It is Pride Month, and gay Americans ought to have a whole lot to celebrate: A new president who’s pledged to urge for LGBTQ people, an easing of a pandemic which has disrupted their communal activism, and raising public acceptance of the basic rights, such as record-high service for same-sex marriage.
Congress has up to now failed to expand federal civil rights protections to LGBTQ men and women. Pandemic-related worries are still interrupting the typical exuberant Pride festivals. Along with a tide of anti-transgender laws in Republican-governed nations has been disheartening
“The exact same week I’m seeing all the’Happy Pride’ statements, I received multiple calls from friends about trans kids having to navigate entering psychiatric hospitals since they were suicidal and self-harming,” explained M. Dru Levasseur, a transgender lawyer who is manager of diversity, diversity and inclusion for the National LGBT Bar Association.
“I’m doing emergency management,” he added. “These untold tales about what life is like for trans kids are contrasting with’Happy Pride, everyone.'”
On June 1, the start of Pride Month, Florida Gov. Ron DeSantis signed a statement making his state the eighth this year to ban transgender girls from competing in girls’ sports in public schools. Arkansas, among those eight countries, also has enacted a legislation prohibiting gender-confirming medical remedies, such as puberty and hormones blockers, which greatly lower the danger of suicide in trans childhood.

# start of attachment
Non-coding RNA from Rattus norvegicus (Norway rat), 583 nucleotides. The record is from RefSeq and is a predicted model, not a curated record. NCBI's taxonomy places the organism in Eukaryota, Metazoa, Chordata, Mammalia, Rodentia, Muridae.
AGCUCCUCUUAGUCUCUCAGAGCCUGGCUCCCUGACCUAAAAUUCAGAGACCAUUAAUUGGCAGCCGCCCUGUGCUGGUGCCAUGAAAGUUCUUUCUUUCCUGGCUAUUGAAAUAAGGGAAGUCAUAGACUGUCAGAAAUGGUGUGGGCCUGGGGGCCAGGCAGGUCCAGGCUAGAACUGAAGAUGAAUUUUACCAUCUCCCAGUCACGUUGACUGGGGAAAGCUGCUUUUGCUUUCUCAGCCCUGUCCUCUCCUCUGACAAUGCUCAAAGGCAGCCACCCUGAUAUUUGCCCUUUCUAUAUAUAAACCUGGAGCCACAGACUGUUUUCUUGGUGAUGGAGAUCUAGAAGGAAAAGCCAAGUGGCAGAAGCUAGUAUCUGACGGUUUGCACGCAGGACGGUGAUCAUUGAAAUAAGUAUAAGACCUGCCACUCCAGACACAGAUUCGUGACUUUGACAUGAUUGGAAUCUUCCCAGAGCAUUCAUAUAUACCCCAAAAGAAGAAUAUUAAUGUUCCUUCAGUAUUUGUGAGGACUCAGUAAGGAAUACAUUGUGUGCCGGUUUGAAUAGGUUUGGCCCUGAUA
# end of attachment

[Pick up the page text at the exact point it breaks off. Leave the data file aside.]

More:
“We know that trans young people are most marginalized and vulnerable students in our colleges — being bullied, harassed, abused,” Jennings explained. “We’re watching state legislators piling to the bullying.”
The trans community faces a disproportionate degree of violence. At least 28 trans and gender nonconforming individuals are murdered so far this year in the U.S. — on course to surpass the prior couple high of 44 these killings in 2020.
Activists’ concerns extend beyond transgender issues. For many, the best political priority is passage of the Equality Act, which would extend federal civil rights protections to LGBTQ people. It had been accepted by the Democratic-controlled U.S. House and is backed by President Joe Biden, but probably needs at least 10 Republican votes to prevail at the closely divided Senate — and thus far has no GOP co-sponsors.
Tyler Deaton, that advises a conservative group called the American Unity Fund that supports LGBTQ rights, believes enough Republican votes can be found if language has been drafted to ensure that the Equality Act does not infringe on religious liberty.